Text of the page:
There was an outpouring of sympathy for the victims and their families in the fall of 2001, and Joyce Johnson got her share. The Johnsons and their two daughters, Cassie and Dawn, 20, had been in a new home for just six weeks, yet neighbors lined the street with candles in Dennis's honor. People Joyce barely knew told her they had been able to see the love between her and her husband, even in a short window of time.
Need to know. After her husband had been recovered and buried at Arlington National Cemetery, Joyce joined a support group along with other 9/11 spouses. Most wanted to believe that their loved one had died instantly and painlessly when Flight 77 tore through the Pentagon. There certainly was good reason to believe that: The force of the crash was so powerful that it obliterated 400,000 square feet of office space. But information began to trickle out revealing that some of the victims had survived the initial impact, only to die in the fiery smoke 10 or 20 minutes later. That raised troubling questions. Could those people have been saved? Did some of them try to go into the inferno to rescue others? Were there unacknowledged heroes among the victims?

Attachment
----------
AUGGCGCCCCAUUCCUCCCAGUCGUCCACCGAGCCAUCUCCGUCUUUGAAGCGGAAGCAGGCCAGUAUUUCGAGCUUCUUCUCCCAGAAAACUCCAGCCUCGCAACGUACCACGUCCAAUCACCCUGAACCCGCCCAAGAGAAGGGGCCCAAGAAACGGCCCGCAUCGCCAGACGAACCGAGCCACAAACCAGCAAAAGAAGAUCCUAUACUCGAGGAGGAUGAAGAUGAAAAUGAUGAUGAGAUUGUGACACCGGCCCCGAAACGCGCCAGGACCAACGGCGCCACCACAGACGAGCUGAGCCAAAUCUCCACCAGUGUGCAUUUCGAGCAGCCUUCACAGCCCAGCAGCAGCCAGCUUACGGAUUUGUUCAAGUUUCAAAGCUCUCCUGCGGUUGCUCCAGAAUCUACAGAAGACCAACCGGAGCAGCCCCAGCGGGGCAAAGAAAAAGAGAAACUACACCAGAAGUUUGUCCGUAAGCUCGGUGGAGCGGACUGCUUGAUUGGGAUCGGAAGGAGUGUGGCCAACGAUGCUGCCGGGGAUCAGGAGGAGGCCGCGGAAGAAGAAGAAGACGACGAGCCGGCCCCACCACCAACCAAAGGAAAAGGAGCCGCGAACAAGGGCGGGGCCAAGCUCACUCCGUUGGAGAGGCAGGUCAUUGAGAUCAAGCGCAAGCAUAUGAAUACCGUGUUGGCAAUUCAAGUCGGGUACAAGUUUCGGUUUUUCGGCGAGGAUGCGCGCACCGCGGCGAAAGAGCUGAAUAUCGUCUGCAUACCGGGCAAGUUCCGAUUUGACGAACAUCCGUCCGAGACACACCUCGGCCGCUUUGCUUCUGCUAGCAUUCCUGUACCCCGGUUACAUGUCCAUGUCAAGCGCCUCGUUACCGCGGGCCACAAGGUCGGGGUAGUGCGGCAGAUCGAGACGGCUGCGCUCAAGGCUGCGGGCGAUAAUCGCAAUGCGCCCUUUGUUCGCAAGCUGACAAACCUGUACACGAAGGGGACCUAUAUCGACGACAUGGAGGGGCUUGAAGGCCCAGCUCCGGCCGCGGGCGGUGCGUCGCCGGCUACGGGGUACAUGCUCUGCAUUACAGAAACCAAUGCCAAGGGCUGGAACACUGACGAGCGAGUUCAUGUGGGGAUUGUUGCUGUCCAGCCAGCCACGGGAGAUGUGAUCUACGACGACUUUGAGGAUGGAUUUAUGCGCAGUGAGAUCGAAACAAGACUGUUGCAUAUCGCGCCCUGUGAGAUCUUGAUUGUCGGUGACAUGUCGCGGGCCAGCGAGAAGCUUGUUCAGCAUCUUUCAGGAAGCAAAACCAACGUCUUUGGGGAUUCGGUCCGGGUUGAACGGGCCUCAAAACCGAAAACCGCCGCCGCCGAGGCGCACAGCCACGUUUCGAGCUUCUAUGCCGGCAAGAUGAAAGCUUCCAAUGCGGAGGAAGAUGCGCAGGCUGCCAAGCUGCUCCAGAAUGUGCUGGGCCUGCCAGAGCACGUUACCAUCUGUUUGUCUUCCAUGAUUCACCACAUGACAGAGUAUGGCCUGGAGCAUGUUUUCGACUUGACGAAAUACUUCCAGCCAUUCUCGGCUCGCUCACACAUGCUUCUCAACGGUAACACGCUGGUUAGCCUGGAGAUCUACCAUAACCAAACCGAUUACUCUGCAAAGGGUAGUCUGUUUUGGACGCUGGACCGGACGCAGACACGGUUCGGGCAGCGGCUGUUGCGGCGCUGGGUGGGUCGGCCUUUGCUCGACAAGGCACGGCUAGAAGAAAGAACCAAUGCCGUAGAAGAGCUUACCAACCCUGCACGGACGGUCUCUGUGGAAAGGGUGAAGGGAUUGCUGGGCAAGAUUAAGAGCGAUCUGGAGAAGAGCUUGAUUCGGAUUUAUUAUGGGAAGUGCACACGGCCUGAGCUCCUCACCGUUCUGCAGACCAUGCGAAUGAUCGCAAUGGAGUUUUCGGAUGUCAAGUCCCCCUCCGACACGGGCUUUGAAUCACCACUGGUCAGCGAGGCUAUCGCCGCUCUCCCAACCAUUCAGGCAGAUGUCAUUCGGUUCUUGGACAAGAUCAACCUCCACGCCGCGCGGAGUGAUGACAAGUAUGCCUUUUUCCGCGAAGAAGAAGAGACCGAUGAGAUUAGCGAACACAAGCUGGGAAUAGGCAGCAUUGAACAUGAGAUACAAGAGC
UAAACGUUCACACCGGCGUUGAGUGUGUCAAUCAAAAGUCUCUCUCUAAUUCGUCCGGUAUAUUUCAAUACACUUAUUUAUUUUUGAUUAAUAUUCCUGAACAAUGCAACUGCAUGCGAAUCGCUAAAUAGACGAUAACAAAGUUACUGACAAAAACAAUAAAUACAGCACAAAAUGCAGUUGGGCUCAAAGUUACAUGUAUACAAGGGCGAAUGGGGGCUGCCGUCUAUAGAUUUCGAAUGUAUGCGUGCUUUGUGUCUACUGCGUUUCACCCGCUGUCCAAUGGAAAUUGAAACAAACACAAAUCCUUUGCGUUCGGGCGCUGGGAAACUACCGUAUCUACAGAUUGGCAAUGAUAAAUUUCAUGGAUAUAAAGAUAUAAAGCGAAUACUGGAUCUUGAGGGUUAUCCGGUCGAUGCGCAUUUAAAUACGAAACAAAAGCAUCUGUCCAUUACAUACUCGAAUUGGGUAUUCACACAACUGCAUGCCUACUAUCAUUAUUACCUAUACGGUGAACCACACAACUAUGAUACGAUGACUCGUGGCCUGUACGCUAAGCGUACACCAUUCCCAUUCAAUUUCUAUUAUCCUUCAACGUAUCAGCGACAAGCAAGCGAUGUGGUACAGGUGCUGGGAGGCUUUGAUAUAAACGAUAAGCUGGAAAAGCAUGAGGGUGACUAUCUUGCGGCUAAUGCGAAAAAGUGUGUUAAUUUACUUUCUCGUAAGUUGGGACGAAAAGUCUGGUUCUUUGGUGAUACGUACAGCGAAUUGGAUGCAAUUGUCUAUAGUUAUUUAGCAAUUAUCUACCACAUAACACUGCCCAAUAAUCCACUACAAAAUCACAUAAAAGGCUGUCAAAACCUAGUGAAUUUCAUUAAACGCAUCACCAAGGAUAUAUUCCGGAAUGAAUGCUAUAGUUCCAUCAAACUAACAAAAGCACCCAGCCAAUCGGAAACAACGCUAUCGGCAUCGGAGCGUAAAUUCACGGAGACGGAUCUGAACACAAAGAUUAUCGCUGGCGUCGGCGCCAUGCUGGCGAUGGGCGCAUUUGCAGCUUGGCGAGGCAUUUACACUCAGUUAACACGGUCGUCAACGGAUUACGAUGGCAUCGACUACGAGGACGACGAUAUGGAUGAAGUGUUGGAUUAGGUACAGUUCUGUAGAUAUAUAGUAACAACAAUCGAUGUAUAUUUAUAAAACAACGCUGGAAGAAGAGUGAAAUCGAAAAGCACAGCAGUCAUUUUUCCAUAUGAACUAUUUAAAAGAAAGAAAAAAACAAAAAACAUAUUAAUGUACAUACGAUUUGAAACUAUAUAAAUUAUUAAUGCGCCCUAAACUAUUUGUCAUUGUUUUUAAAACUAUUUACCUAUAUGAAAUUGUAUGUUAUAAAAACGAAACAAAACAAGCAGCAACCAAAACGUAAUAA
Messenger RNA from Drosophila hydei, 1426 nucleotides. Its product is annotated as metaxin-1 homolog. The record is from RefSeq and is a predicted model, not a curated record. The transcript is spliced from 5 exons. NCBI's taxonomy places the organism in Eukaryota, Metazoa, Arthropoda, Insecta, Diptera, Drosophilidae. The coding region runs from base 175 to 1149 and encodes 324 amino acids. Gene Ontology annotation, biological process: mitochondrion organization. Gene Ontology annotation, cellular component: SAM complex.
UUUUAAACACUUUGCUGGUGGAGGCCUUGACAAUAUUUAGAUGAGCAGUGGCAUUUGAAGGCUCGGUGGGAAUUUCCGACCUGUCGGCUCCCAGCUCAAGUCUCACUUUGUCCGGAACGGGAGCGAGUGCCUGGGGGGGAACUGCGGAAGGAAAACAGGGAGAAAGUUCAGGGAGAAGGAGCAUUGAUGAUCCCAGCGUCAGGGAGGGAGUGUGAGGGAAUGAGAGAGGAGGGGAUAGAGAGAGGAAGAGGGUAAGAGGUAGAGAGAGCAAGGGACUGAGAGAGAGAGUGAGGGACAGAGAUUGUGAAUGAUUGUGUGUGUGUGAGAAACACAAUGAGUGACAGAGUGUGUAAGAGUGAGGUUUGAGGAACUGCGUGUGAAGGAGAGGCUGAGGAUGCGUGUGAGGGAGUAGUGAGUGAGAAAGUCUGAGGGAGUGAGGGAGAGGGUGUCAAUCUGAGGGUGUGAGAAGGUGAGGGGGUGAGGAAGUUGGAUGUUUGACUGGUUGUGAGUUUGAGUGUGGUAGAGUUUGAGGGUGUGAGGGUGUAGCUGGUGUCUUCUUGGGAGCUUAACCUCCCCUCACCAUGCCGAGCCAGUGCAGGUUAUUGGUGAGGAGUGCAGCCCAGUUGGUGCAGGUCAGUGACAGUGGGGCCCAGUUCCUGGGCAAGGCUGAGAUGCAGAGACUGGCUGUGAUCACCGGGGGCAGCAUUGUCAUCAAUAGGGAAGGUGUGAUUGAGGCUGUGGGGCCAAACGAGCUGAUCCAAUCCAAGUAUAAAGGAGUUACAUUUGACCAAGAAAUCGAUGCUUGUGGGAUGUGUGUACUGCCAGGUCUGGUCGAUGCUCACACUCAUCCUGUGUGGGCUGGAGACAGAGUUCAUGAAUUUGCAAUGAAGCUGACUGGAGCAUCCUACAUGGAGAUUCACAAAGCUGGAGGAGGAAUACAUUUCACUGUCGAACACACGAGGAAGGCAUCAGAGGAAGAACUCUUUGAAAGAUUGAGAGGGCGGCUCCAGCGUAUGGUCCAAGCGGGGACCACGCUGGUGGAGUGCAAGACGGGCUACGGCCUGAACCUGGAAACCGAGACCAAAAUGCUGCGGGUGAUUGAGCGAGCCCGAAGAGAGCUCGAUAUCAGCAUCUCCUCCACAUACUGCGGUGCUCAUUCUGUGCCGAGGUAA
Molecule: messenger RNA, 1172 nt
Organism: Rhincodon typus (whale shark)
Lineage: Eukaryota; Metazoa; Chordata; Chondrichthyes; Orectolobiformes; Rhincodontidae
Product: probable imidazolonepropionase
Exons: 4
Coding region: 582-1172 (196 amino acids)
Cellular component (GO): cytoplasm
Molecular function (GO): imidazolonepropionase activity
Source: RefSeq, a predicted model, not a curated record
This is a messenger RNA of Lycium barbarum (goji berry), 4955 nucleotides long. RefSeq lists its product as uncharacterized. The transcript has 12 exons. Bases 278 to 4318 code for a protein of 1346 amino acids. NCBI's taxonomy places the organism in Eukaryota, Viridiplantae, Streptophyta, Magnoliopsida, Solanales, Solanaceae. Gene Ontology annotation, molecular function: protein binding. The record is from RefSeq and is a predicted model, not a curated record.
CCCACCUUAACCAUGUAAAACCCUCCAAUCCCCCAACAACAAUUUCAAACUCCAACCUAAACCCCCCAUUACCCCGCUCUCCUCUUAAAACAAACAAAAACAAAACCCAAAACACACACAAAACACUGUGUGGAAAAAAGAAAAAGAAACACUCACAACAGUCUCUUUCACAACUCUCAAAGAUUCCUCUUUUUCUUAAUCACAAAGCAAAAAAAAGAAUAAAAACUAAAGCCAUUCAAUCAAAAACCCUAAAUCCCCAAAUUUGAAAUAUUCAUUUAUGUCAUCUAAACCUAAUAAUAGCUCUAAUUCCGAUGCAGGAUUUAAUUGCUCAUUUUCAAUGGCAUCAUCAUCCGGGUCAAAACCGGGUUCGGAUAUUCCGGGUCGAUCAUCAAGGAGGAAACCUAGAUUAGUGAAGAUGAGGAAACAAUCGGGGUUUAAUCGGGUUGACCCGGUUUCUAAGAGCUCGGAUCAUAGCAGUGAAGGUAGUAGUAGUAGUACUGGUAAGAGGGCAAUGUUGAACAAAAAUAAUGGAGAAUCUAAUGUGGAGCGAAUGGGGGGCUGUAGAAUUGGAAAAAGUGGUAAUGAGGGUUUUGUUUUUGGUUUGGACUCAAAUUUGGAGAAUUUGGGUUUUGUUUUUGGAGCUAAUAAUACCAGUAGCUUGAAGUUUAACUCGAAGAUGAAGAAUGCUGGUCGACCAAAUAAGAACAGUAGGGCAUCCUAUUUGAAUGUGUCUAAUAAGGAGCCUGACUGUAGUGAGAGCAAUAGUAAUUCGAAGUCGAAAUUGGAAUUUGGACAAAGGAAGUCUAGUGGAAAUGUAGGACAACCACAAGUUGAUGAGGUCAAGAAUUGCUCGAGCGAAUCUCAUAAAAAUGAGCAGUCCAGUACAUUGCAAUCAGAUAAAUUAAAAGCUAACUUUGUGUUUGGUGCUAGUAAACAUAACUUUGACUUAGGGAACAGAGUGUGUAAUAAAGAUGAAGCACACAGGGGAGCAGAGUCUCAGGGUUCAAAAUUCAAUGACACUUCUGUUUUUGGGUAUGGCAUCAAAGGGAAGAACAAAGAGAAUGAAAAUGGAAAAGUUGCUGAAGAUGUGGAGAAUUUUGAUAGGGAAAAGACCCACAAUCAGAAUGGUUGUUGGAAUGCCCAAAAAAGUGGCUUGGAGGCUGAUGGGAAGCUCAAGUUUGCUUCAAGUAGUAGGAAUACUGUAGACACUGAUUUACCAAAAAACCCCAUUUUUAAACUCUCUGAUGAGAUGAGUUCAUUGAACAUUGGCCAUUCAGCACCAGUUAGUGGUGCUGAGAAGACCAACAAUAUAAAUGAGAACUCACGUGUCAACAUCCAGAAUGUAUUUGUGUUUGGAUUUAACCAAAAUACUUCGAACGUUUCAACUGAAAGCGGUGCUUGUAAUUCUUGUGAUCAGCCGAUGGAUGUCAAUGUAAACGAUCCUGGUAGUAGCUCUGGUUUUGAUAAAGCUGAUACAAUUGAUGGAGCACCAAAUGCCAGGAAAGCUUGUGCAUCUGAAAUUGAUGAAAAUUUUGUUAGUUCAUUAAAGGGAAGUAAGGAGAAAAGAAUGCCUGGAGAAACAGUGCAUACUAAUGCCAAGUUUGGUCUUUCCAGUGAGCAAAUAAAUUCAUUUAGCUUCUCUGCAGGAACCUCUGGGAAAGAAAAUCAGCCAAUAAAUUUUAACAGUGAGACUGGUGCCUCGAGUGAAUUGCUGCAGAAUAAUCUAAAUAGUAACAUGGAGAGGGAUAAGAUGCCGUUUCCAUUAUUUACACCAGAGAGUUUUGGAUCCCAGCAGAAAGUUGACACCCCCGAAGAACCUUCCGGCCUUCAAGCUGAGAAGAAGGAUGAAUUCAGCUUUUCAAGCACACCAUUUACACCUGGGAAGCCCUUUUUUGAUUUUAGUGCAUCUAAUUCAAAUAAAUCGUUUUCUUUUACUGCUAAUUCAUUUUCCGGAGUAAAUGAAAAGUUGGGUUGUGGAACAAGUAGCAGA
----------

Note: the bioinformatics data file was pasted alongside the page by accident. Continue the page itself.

Dennis Johnson, it turned out, had been in a conference room in the Army's personnel directorate on the second floor of the five-story structure, along with 10 others, when the plane sliced through the building one floor below them. Nine of the people in the meeting crawled to safety, through dense smoke and smashed furniture. But Johnson and another Army officer, Maj. Stephen Long, got trapped and died. "I kept wondering, why didn't my husband make it out?" Joyce says.
Pentagon officials were interested in similar questions—but for different reasons. A task force of engineers began a detailed analysis of how the crash had affected the building, to help determine ways to make the Pentagon safer and fortify it against other possible attacks. They had much more to work with than forensic experts in New York, where the buildings were gone. Once the bodies had been removed from the Pentagon, and mountains of debris carted out, teams of engineers analyzed every support column, floor slab, beam, and girder in the crash zone. The FBI, responsible for documenting remains, marked the location of every body or body part on a floor plan of the Pentagon. Autopsy results indicated whether each victim died immediately of causes such as "fragmentation" or "blunt force injuries," or succumbed to smoke inhalation some time after the crash.